Confession: My son is 5. He sleeps in a crib.
He’s never asked for a “big-boy” bed. I’ve never suggested one. His crib, passed from his sister, now 10, to his brother, now 8, has been our 5-year-old’s since a few months after he was born.
My own mother, troubled by my resistance to putting my not-so-little one in a bed, gifted us more than enough money on the occasion of his 5th birthday — now several months ago — to buy two beds.
But my hesitancy has little to do with money. It has nothing to do with any statement I’m trying to make on sleeping arrangements: The other two were out of the crib around their 2nd birthdays.
It’s the same reason I can’t unload our strollers though they haven’t been used in a year. It’s the reason I keep portable cribs in my closet. It’s why I don’t gift hand-me-downs. It’s why even as I write this, there’s a pain in my heart.
It’s because I don’t want them to grow up.
Somehow, social media knows this about me and I’m inundated with posts from mothers who are having similar trouble letting go. And while many of my mom friends are happy to leave the baby days behind, there are a select few that, just like me, will tear up at the thought of babies who are no longer, well, babies.
It wasn’t until I started thinking about this as an article, however, that I realized if I were to write about it, I’d have to explore the obvious question that until now I’d been dismissing: Could I be in fact harming my child by not letting this crib go?
As it turns out — thankfully — at this stage there’s probably little long-term damage done. But as it turns out, my “baby” not asking for a big-boy bed might have nothing to do with not wanting one, and everything to do with the vibe I’m giving.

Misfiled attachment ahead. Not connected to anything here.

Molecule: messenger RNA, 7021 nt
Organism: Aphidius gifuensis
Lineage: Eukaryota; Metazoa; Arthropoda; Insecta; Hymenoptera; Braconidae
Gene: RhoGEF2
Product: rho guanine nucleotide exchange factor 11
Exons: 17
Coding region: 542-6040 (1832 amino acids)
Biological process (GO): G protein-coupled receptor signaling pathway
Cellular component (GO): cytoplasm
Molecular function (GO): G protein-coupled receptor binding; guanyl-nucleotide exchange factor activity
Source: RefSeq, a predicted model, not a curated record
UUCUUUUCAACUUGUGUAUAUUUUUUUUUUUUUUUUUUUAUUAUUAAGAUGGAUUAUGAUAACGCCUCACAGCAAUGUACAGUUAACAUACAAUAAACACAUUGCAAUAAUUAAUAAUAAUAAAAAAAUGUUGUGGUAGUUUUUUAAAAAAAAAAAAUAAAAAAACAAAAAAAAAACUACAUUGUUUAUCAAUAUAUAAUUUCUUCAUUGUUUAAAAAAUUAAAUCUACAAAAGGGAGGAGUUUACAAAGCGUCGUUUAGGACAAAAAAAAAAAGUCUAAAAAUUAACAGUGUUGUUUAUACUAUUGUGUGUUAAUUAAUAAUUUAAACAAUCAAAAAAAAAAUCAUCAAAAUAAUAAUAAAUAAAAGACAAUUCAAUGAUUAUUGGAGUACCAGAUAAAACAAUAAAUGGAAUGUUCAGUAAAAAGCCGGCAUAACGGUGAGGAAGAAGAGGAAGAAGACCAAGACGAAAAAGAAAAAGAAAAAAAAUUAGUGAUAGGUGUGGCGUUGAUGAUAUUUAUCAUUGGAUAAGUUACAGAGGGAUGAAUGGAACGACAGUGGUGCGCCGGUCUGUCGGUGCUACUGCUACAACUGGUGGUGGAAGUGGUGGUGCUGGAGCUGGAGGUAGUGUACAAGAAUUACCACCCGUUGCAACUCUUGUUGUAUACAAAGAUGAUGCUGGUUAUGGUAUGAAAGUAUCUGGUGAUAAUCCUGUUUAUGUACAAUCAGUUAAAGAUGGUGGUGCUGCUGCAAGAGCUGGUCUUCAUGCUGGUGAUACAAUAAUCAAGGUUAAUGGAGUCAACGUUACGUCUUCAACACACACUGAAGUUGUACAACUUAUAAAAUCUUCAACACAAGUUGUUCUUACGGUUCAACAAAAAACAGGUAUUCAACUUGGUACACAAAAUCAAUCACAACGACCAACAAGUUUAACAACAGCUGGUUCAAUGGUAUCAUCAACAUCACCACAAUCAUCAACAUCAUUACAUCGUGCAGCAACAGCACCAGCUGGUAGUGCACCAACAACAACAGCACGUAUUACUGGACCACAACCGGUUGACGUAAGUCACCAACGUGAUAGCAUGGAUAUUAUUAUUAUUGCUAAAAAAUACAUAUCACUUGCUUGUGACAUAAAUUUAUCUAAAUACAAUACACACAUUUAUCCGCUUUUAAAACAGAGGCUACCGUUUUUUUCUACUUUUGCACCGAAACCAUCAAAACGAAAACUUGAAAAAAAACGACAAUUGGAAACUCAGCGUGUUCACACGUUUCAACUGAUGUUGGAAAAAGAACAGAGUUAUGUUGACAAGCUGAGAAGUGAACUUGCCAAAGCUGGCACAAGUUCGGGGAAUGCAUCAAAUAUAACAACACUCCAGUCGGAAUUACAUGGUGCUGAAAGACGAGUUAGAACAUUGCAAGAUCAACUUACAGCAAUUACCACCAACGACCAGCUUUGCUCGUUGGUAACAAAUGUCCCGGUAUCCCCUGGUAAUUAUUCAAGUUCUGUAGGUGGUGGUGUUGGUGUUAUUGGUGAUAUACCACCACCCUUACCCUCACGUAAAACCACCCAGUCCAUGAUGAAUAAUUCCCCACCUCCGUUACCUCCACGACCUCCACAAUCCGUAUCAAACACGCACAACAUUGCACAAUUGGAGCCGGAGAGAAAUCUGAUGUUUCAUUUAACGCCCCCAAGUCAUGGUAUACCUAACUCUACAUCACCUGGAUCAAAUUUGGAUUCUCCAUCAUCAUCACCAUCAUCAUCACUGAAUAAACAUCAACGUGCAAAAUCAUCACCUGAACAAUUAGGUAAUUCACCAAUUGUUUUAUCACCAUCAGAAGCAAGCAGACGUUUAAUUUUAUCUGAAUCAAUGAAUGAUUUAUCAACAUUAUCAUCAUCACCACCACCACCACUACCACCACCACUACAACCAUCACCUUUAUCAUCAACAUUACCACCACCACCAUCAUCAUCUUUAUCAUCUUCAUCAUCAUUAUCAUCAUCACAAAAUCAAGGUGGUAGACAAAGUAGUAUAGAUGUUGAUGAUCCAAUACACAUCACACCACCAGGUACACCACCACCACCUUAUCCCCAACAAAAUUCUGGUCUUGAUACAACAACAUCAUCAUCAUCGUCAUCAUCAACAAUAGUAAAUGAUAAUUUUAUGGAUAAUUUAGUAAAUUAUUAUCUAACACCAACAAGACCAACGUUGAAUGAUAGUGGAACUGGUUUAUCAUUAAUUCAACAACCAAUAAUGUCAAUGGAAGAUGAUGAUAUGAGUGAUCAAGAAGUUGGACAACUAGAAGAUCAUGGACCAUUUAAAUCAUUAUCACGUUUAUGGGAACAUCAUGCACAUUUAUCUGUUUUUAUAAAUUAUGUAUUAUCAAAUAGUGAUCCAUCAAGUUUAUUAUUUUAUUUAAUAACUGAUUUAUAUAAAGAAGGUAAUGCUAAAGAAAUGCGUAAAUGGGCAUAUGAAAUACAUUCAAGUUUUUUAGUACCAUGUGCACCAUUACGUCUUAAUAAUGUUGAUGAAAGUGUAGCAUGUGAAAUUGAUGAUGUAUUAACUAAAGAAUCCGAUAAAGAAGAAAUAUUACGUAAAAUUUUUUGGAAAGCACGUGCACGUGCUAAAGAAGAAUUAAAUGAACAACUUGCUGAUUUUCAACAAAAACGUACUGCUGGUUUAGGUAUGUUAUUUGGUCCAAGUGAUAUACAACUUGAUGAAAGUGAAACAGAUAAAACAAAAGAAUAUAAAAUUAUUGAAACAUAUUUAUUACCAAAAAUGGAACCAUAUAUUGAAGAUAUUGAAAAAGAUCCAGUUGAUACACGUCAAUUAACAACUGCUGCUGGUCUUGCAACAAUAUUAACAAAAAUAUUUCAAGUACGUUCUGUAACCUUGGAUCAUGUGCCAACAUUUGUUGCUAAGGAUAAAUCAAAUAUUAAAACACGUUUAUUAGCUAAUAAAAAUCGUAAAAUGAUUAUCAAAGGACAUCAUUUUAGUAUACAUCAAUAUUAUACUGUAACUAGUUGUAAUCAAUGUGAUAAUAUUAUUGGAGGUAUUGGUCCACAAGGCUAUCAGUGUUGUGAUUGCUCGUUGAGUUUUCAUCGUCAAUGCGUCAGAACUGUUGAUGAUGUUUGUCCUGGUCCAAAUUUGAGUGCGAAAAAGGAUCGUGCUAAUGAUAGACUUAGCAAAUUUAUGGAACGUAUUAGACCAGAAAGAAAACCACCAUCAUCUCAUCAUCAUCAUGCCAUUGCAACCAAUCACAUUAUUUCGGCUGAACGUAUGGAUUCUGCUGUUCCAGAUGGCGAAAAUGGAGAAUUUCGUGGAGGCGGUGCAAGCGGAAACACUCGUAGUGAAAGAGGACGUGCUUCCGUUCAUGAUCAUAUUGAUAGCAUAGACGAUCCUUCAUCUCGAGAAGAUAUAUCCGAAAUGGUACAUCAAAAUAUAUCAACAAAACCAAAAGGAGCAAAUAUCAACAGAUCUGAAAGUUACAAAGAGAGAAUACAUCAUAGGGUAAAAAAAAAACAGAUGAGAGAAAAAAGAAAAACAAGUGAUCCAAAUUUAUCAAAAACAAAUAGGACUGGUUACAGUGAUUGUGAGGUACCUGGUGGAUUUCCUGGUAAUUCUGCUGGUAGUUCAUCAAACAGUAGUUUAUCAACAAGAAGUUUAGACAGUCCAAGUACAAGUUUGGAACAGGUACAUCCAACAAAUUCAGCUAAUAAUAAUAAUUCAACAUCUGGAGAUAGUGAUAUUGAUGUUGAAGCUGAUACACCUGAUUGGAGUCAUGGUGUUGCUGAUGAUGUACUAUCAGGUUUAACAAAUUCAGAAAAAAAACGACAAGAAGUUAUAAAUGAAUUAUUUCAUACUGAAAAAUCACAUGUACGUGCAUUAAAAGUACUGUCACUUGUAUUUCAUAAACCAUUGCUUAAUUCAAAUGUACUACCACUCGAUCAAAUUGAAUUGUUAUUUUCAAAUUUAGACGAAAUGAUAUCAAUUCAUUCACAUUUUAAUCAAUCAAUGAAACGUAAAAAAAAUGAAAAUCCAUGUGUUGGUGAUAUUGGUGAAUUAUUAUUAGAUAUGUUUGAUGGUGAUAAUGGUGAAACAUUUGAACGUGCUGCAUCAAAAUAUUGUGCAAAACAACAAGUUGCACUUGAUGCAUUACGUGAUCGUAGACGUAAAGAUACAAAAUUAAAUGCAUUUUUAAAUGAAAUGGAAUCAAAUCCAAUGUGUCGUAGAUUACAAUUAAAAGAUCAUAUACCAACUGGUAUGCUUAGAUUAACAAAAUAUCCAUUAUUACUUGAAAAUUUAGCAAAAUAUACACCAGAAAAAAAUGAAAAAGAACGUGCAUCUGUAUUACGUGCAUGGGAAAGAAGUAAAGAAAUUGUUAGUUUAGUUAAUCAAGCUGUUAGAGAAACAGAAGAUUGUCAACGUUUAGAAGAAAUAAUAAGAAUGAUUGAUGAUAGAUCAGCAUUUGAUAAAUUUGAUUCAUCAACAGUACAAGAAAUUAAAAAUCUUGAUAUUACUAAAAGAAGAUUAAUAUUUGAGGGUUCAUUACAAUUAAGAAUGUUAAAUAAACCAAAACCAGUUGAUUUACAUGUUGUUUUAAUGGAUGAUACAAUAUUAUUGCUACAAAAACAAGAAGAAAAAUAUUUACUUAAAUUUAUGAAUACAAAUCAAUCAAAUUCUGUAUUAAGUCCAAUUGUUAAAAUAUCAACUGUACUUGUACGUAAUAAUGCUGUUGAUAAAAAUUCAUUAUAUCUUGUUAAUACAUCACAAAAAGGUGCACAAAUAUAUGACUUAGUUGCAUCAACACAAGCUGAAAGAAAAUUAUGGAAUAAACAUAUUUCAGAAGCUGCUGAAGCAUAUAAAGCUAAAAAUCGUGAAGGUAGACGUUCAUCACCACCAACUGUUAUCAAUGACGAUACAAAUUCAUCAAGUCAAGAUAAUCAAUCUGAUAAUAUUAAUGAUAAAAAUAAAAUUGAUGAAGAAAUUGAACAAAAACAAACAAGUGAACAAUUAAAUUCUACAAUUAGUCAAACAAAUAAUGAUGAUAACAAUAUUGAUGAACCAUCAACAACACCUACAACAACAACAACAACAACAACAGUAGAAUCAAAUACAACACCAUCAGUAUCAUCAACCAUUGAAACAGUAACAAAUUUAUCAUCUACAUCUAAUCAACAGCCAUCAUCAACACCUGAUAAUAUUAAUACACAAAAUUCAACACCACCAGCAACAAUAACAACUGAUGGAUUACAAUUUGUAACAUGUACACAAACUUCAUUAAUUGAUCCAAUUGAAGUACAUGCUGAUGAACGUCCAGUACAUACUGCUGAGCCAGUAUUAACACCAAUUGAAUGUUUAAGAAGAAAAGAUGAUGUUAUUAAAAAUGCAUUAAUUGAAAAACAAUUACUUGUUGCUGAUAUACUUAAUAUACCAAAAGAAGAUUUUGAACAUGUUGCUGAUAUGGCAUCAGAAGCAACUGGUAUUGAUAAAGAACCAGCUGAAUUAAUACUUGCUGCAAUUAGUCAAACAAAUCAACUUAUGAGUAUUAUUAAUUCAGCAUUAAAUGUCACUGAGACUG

“If you have been feeling that you aren’t ready for your child to transition to a bigger bed, your child will likely feel that and respond to that as well,” said Kelly Oriard, licensed family therapist and co-founder of Slumberkins, which offers resources to promote well-being for all and foster a bond between parents or caregivers and children.
“While I would not say it is scarring or harming your child, I would say that your hesitance could impact his feelings of confidence in himself to grow, change and develop in healthy and typical ways,” she said. “It is natural for children to want to grow and reach the next step, but they need parents to show confidence and provide the security that it is safe and okay for them to do so.”
“From the perspective of an early childhood expert, generally, there aren’t many long-term, direct emotional effects associated with this case,” said Anisha Angella, an early childhood expert and childhood coach. “We know children grow and develop in different ways.”
However, she added, it’s important to keep in mind that around the age of 5, children will “start to identify what is common or ‘the norm’ within their peer groups and associate their self-esteem with their findings.”
Here are some expert tips for transitioning your child — and you — to the next phase:
1. Acknowledge your feelings. “There is definitely grievance and loss associated with this process,” said Oriard. “If you feel yourself trying to avoid this grievance, I’d encourage you to pause, and sit with it instead.”
2. Allow yourself to feel all the feelings associated with your child growing up. “Some parents might notice their own attachment style getting triggered,” said Oriard. “This could be something to explore deeper or even process with a therapist if your feelings around this loss are feeling intense.”
3. Take it slow. “Transitions are usually the hardest part for both the child and for the parent. Starting a new routine, new experience or subject can be triggering and seem impossible to start,” said Angella. In other words, no need to put the crib on the curb tomorrow—both of us can take our time, but it’s time to get started.
4. Good days are yet to come. “Remember that although you may be losing something, you will also gain things too as your children grow,” said Oriard. “Work to send a message to your child that you are not threatened or hurt by his growth. You can be a supportive cheerleader to him as he takes his next steps to grow, whether that be changing beds or other important steps.”